Mortality among young adults born preterm and early term in 4 Nordic nations
|Author:||Risnes, Kari1,2; Bilsteen, Josephine Funck3,4; Brown, Paul1;|
1Department of Clinical and Molecular Medicine, Faculty of Medicine and Health Science, Norwegian University of Science and Technology, Trondheim, Norway
2Department of Research, Innovation, and Education, Children’s Clinic, St Olavs Hospital, Trondheim University Hospital, Trondheim, Norway
3Department of Paediatrics, Hvidovre University Hospital, Hvidovre, Denmark
4Section of Epidemiology, Department of Public Health, University of Copenhagen, Copenhagen, Denmark
5Department of Public Health Solutions, Finnish Institute for Health and Welfare, Helsinki and Oulu, Finland
6Department of Public Health and Nursing, Faculty of Medicine and Health Science, Norwegian University of Science and Technology, Trondheim, Norway
7Research Unit for Pediatrics, Pediatric Neurology, Pediatric Surgery, Child Psychiatry, Dermatology, Clinical Genetics, Obstetrics and Gynecology, Otorhinolaryngology, and Ophthalmology, Medical Research Center Oulu, Oulu University Hospital and University of Oulu, Oulu, Finland
8Children’s Hospital, Helsinki University Hospital, University of Helsinki, Helsinki, Finland
9Department of Medical Epidemiology and Biostatistics, Karolinska Institutet, Stockholm, Sweden
10Jockey Club School of Public Health and Primary Care, The Chinese University of Hong Kong, Hong Kong Special Administrative Region
11Department of Psychiatry, Icahn School of Medicine at Mount Sinai, New York, New York
12Seaver Autism Center for Research and Treatment at Mount Sinai, New York, New York
|Online Access:||PDF Full Text (PDF, 1.5 MB)|
|Persistent link:|| http://urn.fi/urn:nbn:fi-fe2021042927832
American Medical Association,
|Publish Date:|| 2021-04-29
Importance: Adverse long-term outcomes in individuals born before full gestation are not confined to individuals born at extreme gestational ages. Little is known regarding mortality patterns among individuals born in the weeks close to ideal gestation, and the exact causes are not well understood; both of these are crucial for public health, with the potential for modification of risk.
Objective: To examine the risk of all-cause and noncommunicable diseases (NCD) deaths among young adults born preterm and early term.
Design, Setting, and Participants: This multinational population-based cohort study used nationwide birth cohorts from Norway, Sweden, Denmark, and Finland for individuals born between 1967 and 2002. Individuals identified at birth who had not died or emigrated were followed up for mortality from age 15 years to 2017. Analyses were performed from June 2019 to May 2020.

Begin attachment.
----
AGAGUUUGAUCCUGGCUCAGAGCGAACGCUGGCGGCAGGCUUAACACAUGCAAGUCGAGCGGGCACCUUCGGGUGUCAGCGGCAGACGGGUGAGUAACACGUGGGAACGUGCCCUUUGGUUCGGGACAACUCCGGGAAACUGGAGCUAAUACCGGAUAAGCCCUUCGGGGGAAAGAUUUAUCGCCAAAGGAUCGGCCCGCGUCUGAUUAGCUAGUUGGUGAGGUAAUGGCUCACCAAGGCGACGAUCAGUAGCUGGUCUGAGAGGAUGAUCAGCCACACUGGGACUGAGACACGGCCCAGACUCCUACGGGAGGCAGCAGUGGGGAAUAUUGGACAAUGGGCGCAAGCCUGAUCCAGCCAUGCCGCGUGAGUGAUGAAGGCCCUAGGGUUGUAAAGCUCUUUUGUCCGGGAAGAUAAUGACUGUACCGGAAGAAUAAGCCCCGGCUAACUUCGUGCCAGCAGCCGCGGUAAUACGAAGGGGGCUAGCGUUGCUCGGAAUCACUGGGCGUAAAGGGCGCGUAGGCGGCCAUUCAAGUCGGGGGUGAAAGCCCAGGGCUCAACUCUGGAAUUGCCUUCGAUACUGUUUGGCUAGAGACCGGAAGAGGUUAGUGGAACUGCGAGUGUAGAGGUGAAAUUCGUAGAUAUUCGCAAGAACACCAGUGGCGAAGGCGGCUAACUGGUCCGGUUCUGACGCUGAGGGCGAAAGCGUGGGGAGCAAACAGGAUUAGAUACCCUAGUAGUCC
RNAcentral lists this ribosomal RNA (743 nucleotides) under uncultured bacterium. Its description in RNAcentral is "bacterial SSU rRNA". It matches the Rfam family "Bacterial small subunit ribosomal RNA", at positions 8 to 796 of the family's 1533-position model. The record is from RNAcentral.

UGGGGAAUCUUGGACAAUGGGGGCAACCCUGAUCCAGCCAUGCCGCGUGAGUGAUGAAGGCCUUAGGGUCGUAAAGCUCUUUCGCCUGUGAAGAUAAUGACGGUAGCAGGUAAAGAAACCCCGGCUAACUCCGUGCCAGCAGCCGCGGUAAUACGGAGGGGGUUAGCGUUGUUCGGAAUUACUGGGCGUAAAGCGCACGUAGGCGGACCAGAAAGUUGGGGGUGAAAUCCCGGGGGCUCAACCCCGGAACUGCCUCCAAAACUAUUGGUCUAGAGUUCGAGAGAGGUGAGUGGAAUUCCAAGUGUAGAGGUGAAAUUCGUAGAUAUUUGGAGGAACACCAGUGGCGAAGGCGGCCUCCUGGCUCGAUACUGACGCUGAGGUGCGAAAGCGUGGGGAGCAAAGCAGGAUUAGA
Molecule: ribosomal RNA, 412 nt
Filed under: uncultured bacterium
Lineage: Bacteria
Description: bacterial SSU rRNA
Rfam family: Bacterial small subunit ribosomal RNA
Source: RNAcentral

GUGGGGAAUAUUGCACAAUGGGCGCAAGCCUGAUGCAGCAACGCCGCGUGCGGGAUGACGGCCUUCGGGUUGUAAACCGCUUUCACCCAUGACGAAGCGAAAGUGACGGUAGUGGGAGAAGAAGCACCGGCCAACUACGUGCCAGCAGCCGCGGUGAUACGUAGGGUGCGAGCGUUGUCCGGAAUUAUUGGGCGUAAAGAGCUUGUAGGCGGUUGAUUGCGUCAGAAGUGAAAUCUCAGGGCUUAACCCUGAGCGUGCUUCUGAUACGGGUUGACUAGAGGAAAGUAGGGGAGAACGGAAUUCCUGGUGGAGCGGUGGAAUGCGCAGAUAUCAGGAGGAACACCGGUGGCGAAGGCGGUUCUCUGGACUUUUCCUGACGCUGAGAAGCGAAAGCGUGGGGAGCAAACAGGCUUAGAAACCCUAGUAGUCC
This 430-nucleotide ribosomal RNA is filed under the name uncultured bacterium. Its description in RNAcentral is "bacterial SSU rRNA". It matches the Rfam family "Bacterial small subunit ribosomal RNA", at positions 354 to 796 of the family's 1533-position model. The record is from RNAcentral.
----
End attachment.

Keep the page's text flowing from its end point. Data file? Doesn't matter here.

Exposures: Categories of gestational age (ie, moderate preterm birth and earlier [23–33 weeks], late preterm [34–36 weeks], early term [37–38 weeks], full term [39–41 weeks] and post term [42–44 weeks]).
Main Outcomes and Measures: All-cause mortality and cause-specific mortality from NCD, defined as cancer, diabetes, chronic lung disease, and cardiovascular disease (CVD).
Results: A total of 6 263 286 individuals were followed up for mortality from age 15 years. Overall, 339 403 (5.4%) were born preterm, and 3 049 100 (48.7%) were women. Compared with full-term birth, the adjusted hazard ratios (aHRs) for all-cause mortality were 1.44 (95% CI, 1.34–1.55) for moderate preterm birth and earlier; 1.23 (95% CI, 1.18–1.29) for late preterm birth; and 1.12 (95% CI, 1.09–1.15) for early-term birth. The association between gestational age and all-cause mortality were stronger in women than in men (P for interaction = .03). Preterm birth was associated with 2-fold increased risks of death from CVD (aHR, 1.89; 95% CI, 1.45–2.47), diabetes (aHR, 1.98; 95% CI, 1.44–2.73), and chronic lung disease (aHR, 2.28; 95% CI, 1.36–3.82). The main associations were replicated across countries and could not be explained by familial or individual confounding factors.
Conclusions and Relevance: The findings of this study strengthen the evidence of increased risk of death from NCDs in young adults born preterm. Importantly, the increased death risk was found across gestational ages up to the ideal term date and includes the much larger group with early-term birth. Excess mortality associated with shorter gestational age was most pronounced for CVDs, chronic lung disease, and diabetes.
JAMA network open
|Type of Publication:||
A1 Journal article – refereed
|Field of Science:||
3123 Gynaecology and paediatrics
3142 Public health care science, environmental and occupational health
This project received funding from the European Union Horizon 2020 research and innovation program under grant agreement 733280 Research on Children and Adults Born Preterm (RECAP). The project has also received funding from Academy of Finland (project 315690), Norface DIAL Programme (Project 462-16-040 Premlife), the Foundation for Pediatric Research, the Sigrid Jusélius Foundation, and the Signe and Ane Gyllenberg Foundation.
|EU Grant Number:||
(956454) RecaP - Capture, recycling and societal management of phosphorus in the environment
This is an open access article distributed under the terms of the CC-BY License. © 2021 Risnes K et al. JAMA Network Open.